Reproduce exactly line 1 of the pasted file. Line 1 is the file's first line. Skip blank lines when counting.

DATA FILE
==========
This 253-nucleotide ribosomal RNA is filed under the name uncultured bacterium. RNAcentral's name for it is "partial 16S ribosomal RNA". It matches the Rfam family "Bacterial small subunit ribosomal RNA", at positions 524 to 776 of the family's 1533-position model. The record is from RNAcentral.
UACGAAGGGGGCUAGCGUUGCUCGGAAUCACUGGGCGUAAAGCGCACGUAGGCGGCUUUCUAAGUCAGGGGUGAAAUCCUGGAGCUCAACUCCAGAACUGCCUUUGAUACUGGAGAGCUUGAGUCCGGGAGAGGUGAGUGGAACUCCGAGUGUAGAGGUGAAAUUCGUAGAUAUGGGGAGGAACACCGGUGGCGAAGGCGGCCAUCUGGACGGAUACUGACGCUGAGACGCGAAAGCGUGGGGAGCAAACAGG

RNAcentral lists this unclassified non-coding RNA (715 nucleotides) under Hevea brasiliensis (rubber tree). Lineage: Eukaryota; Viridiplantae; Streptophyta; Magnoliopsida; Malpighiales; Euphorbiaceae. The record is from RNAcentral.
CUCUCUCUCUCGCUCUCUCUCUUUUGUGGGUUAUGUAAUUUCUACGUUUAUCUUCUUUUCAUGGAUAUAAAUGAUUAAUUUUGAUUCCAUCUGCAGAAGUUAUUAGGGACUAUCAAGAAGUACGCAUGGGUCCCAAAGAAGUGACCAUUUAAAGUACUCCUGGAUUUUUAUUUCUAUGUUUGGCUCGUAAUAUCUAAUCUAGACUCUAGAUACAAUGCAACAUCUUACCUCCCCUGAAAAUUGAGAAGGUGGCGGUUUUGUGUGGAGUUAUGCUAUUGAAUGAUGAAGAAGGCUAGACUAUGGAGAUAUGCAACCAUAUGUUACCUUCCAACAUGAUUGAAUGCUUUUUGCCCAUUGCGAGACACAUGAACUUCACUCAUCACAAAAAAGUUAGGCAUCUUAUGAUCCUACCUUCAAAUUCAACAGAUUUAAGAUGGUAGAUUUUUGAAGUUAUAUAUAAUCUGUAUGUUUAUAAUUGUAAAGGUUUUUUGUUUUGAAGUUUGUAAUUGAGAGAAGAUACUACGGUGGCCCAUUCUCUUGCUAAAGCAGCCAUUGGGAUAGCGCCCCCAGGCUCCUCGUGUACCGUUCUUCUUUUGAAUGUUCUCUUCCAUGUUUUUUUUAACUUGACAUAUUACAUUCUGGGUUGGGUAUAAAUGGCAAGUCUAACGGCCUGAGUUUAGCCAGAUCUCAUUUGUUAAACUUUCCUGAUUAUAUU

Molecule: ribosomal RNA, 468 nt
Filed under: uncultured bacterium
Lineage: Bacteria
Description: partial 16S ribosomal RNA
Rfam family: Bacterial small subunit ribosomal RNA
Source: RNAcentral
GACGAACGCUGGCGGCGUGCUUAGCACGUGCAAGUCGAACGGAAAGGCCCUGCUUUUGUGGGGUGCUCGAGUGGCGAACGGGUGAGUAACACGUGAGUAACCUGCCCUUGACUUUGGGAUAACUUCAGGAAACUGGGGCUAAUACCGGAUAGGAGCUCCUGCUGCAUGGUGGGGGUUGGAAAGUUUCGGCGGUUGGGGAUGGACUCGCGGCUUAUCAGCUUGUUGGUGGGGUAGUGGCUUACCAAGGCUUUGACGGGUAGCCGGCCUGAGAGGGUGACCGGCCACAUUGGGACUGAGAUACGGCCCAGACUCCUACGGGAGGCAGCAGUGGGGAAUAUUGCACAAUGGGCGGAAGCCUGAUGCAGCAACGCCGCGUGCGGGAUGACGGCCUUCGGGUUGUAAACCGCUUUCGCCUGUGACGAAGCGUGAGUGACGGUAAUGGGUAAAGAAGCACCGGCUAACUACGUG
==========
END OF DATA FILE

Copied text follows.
This 253-nucleotide ribosomal RNA is filed under the name uncultured bacterium. RNAcentral's name for it is "partial 16S ribosomal RNA". It matches the Rfam family "Bacterial small subunit ribosomal RNA", at positions 524 to 776 of the family's 1533-position model. The record is from RNAcentral.